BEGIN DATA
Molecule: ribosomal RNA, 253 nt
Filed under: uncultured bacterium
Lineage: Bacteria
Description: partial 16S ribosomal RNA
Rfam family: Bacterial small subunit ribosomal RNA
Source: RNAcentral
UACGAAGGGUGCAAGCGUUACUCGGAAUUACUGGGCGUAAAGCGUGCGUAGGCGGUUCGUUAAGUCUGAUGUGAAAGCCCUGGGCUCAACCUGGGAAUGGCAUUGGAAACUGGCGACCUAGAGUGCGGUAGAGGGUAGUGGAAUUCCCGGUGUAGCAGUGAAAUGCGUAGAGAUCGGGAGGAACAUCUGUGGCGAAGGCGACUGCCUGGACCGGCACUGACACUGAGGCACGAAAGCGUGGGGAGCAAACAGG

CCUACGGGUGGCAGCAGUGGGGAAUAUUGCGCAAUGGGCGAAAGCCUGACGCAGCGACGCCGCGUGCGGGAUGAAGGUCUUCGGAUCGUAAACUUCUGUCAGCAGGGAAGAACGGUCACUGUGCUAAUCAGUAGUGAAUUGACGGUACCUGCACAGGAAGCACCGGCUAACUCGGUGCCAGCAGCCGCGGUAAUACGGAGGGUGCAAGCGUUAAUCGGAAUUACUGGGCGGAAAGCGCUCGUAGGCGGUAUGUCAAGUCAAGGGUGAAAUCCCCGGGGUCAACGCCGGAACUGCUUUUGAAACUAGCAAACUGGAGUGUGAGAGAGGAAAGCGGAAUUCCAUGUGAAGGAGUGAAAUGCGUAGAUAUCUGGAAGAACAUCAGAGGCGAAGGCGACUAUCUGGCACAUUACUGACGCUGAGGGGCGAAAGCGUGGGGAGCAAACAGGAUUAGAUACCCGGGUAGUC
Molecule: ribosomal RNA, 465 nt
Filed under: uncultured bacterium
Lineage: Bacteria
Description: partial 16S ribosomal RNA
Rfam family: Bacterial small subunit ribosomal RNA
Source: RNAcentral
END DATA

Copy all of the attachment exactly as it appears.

Molecule: ribosomal RNA, 253 nt
Filed under: uncultured bacterium
Lineage: Bacteria
Description: partial 16S ribosomal RNA
Rfam family: Bacterial small subunit ribosomal RNA
Source: RNAcentral
UACGAAGGGUGCAAGCGUUACUCGGAAUUACUGGGCGUAAAGCGUGCGUAGGCGGUUCGUUAAGUCUGAUGUGAAAGCCCUGGGCUCAACCUGGGAAUGGCAUUGGAAACUGGCGACCUAGAGUGCGGUAGAGGGUAGUGGAAUUCCCGGUGUAGCAGUGAAAUGCGUAGAGAUCGGGAGGAACAUCUGUGGCGAAGGCGACUGCCUGGACCGGCACUGACACUGAGGCACGAAAGCGUGGGGAGCAAACAGG

CCUACGGGUGGCAGCAGUGGGGAAUAUUGCGCAAUGGGCGAAAGCCUGACGCAGCGACGCCGCGUGCGGGAUGAAGGUCUUCGGAUCGUAAACUUCUGUCAGCAGGGAAGAACGGUCACUGUGCUAAUCAGUAGUGAAUUGACGGUACCUGCACAGGAAGCACCGGCUAACUCGGUGCCAGCAGCCGCGGUAAUACGGAGGGUGCAAGCGUUAAUCGGAAUUACUGGGCGGAAAGCGCUCGUAGGCGGUAUGUCAAGUCAAGGGUGAAAUCCCCGGGGUCAACGCCGGAACUGCUUUUGAAACUAGCAAACUGGAGUGUGAGAGAGGAAAGCGGAAUUCCAUGUGAAGGAGUGAAAUGCGUAGAUAUCUGGAAGAACAUCAGAGGCGAAGGCGACUAUCUGGCACAUUACUGACGCUGAGGGGCGAAAGCGUGGGGAGCAAACAGGAUUAGAUACCCGGGUAGUC
Molecule: ribosomal RNA, 465 nt
Filed under: uncultured bacterium
Lineage: Bacteria
Description: partial 16S ribosomal RNA
Rfam family: Bacterial small subunit ribosomal RNA
Source: RNAcentral